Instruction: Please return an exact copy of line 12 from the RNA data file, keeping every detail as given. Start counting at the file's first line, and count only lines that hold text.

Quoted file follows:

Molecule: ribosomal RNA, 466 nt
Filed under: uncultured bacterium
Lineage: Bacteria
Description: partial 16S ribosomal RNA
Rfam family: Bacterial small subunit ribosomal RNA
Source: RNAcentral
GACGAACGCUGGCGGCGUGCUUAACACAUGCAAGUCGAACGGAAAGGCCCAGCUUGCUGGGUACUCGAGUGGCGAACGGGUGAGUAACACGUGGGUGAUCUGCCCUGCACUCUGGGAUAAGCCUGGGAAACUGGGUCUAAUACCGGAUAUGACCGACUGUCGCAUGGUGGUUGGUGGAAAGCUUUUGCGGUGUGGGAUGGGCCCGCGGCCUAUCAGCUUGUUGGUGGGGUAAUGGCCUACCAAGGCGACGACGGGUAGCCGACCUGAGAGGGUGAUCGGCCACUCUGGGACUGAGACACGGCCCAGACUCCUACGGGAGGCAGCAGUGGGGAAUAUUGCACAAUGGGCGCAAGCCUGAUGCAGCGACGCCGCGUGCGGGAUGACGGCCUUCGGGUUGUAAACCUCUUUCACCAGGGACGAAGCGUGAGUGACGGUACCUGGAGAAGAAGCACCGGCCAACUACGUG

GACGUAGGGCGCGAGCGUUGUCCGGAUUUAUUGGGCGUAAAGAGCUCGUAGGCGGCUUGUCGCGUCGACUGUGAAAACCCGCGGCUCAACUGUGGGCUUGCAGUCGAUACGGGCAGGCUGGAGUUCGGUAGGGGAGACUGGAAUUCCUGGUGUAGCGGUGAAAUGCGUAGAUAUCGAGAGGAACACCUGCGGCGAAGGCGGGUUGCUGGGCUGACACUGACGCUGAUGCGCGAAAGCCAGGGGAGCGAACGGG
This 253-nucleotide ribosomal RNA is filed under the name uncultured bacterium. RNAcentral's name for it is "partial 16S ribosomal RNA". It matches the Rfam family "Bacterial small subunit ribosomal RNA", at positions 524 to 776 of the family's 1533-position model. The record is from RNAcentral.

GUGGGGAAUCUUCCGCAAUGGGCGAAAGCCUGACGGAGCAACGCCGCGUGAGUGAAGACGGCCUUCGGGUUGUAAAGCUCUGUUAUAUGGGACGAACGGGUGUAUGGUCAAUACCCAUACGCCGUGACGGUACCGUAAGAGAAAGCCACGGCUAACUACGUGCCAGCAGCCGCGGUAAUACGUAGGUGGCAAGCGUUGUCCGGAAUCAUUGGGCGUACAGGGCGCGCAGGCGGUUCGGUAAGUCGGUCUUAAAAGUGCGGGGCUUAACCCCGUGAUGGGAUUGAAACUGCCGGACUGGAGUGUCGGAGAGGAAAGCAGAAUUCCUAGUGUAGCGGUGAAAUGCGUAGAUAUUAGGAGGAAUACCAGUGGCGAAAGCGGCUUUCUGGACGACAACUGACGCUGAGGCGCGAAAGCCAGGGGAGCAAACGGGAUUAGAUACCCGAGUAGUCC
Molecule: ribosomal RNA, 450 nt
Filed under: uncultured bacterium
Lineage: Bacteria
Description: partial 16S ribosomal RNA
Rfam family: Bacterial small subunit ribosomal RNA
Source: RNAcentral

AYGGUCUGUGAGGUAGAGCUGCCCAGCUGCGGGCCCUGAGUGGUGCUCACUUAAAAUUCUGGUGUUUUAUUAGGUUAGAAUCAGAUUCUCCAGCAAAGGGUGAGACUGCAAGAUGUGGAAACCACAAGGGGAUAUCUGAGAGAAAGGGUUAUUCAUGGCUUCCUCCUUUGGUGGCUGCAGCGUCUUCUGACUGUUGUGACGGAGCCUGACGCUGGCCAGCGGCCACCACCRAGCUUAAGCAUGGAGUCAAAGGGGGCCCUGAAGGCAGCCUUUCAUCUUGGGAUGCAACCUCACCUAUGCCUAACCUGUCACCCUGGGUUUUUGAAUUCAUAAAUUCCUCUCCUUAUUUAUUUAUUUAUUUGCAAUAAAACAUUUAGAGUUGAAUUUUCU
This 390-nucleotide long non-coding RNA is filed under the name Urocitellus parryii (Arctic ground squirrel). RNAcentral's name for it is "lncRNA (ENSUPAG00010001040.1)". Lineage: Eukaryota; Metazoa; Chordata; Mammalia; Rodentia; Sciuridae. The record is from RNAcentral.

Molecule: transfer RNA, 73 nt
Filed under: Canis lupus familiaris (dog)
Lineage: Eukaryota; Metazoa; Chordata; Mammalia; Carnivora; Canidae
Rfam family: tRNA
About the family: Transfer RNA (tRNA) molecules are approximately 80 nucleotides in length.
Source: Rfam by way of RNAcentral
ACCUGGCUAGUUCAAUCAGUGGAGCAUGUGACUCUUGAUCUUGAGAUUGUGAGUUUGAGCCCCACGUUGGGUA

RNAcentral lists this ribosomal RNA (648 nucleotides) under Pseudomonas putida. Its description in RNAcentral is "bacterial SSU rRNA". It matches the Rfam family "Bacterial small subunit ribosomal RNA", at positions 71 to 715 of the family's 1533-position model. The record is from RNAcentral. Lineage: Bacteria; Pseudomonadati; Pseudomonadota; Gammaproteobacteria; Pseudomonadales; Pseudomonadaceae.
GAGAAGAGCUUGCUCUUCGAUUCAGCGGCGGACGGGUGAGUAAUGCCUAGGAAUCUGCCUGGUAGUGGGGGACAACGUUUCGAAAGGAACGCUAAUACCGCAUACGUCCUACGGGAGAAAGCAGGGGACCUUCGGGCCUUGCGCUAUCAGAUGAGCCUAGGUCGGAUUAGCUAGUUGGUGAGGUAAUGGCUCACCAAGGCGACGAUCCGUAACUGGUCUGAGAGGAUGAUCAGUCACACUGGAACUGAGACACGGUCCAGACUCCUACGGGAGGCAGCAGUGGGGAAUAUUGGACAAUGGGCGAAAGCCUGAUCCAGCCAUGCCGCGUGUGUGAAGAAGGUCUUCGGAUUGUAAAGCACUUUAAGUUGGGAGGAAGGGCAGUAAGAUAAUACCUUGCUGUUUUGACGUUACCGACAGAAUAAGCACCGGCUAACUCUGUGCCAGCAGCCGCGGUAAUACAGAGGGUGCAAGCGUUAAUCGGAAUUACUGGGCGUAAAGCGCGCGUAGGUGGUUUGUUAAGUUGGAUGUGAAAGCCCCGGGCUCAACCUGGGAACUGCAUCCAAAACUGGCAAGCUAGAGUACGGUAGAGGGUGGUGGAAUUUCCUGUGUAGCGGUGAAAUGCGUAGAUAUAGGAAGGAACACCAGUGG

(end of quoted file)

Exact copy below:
Filed under: uncultured bacterium